WESTBOROUGH – The state’s Department of Transportation (MassDOT) is getting ready for the biggest project in its history.
On Nov. 3, representatives from MassDOT presented an update on a project that will improve the interchange at Route 495 and the Massachusetts Turnpike.
“This is a big one for us,” said Rob Nagi of design firm VHB.
Nagi is a Westborough resident who is the private sector co-chair of the 495/MetroWest Partnership’s Transportation Committee.
Currently, the exchange averages 75,000 vehicles per day, and it is a known high-crash and high-traffic location.
The project, which will take about five years and cost $400 million, will include a replacement of the interchange. The old toll booth area will be eliminated.
“This will be a complete reconstruction of the interchange,” said District 3 Highway Director for MassDOT Barry Lorion. “It’s really an unprecedented project.”
The interchange is close to several wetlands, including the Sudbury River and Whitehall Brook. To reduce the environmental impact, plans call for the installation of several ramps to and from the interchange.
“You’re going to see a lot over the next five years,” said Donald Cooke of VHB.
MassDOT is using a “design build approach,” with Barletta Engineering overseeing the build part and VHB overseeing the design part.
On the Mass. Pike portion of the interchange, there will be minor widening to accommodate new ramps and provide consistent shoulder width. The bridge over the MBTA/CSX/Amtrak track will be replaced as will the culvert at Whitehall Brook. Crews will also relocate the fiber optic cables in the median and eastbound shoulder.
As for Route 495, MassDOT plans to add a fourth lane on Route 495 north to Route 9. A future I-495 northbound will be constructed within the existing median, and a future I-495 southbound will be in its existing location with minor widening. MassDOT also plans to replace the Route 495 bridges over the tracks and the Mass. Pike. Additionally, they intend to replace the bridge over Flanders Road.
MassDOT also plans to replace the Fruit Street bridge.
Both phases are underway. The design phase began in May and will continue until December 2024. The build phase of the project began in October with preliminary work.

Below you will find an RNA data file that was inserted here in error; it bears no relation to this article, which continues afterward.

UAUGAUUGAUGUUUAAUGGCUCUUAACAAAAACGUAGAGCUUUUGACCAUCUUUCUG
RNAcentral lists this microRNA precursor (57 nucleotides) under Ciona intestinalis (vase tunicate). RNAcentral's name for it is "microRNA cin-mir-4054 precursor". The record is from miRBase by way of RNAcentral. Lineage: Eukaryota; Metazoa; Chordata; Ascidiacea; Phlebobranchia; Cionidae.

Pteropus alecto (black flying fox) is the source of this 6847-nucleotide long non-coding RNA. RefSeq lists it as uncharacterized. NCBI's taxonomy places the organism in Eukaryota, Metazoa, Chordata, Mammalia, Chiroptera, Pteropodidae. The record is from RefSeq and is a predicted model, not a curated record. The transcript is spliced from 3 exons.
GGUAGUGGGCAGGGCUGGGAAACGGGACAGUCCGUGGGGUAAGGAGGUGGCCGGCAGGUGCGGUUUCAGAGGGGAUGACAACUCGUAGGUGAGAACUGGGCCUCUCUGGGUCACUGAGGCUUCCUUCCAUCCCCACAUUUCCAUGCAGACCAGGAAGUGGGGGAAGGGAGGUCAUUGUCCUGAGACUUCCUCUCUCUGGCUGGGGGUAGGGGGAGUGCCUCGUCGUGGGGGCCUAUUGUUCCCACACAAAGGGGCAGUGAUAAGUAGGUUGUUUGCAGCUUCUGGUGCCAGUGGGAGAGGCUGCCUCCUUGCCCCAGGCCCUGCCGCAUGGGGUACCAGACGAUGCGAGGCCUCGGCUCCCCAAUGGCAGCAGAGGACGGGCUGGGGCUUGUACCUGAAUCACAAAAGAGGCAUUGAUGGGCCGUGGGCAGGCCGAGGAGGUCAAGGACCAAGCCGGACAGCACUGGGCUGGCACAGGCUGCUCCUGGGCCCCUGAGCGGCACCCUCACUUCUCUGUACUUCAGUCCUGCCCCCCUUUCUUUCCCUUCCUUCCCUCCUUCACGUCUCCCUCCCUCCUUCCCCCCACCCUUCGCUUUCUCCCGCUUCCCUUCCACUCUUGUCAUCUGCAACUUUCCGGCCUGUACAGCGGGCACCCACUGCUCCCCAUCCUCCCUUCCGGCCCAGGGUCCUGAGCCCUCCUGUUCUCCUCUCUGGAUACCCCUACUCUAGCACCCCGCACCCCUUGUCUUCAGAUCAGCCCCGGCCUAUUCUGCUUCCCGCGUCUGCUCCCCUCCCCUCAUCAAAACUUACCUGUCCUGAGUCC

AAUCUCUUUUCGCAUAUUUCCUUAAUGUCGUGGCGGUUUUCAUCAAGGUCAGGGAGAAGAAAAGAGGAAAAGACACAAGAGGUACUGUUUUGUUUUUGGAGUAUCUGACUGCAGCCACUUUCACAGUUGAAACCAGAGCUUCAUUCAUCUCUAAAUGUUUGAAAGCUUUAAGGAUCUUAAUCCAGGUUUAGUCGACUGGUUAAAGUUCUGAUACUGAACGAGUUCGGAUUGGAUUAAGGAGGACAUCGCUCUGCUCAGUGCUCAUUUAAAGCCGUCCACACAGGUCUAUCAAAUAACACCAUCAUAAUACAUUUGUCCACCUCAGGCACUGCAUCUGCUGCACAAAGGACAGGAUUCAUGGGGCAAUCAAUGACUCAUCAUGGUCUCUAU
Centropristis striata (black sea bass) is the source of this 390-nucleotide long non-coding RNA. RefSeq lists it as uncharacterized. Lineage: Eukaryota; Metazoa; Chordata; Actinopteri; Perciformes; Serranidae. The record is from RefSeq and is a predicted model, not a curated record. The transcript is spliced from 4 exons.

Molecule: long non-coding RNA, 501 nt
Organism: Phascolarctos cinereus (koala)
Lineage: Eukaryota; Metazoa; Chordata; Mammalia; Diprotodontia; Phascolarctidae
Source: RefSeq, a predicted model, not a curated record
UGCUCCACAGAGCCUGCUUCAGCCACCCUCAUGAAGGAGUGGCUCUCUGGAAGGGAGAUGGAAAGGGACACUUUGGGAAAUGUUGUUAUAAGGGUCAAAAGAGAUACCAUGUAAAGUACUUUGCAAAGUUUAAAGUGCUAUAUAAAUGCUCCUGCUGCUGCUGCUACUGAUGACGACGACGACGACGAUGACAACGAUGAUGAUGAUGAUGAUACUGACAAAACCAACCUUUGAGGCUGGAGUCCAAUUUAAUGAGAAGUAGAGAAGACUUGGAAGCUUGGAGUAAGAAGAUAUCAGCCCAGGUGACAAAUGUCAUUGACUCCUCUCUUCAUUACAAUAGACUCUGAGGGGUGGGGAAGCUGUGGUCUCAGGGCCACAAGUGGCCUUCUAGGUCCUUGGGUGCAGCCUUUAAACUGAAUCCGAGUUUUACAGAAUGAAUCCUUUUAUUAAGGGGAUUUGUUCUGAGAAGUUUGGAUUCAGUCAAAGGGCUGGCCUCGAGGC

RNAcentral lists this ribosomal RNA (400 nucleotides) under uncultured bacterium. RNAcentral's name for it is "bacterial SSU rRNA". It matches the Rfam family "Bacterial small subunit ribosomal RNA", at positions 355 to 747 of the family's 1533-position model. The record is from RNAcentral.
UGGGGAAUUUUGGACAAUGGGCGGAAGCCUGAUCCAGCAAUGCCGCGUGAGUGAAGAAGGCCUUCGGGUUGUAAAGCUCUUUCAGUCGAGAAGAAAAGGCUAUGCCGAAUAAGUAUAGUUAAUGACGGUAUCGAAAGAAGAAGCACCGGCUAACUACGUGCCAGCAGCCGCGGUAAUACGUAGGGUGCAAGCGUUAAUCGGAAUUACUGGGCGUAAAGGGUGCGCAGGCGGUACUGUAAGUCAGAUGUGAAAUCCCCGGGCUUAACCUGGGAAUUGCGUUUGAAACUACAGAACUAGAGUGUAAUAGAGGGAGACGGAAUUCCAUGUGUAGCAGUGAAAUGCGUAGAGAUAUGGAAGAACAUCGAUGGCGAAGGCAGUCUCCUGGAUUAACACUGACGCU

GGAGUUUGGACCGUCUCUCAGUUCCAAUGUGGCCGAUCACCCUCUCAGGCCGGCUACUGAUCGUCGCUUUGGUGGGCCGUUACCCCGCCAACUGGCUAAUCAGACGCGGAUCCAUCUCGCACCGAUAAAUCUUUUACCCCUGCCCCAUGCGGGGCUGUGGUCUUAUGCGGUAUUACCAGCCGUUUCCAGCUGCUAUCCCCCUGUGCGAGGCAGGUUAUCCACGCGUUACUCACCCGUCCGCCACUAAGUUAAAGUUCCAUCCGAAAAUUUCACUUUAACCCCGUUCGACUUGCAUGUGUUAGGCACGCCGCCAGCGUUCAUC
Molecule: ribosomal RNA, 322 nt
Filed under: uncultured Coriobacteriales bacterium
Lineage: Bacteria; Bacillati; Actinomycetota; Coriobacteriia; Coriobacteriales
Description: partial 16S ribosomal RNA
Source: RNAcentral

During most of the project, there will be three lanes open for traffic on both Route 495 and the Mass. Pike. The exception will be when overnight projects require a lane restriction.
MassDOT will also implement a noise control program during construction.
A virtual Public Information Meeting on the project is scheduled to be hosted by MassDOT on Nov. 16 at 6 p.m.
For information and updates, visit https://www.mass.gov/i-495i-90-interchange-improvements; via Facebook at @massdotinfo; and Twitter via @MassDOT.
495/290 interchange work
Work is underway to improve the interchange at Route 495 at Route 290, which is a site of heavy traffic congestion.
According to the MassDOT website, the project will widen the ramp from Route 495 to Route 290 westbound to two lanes and improve the ramp’s alignment. Crews also plan to modify the pavement markings and signs on I-495 southbound. This will mark the extended exit-only lane and a shared through/exit lane.
MassDOT also intends to modify the pavement markings on Route 290 westbound lane to accommodate the additional entrance lane. The Route 495 southbound lane and Route 290 westbound will be resurfaced within the project area to enable the changes to the pavement markings.
This work will continue through November 2023, and it will cost the state $6 million.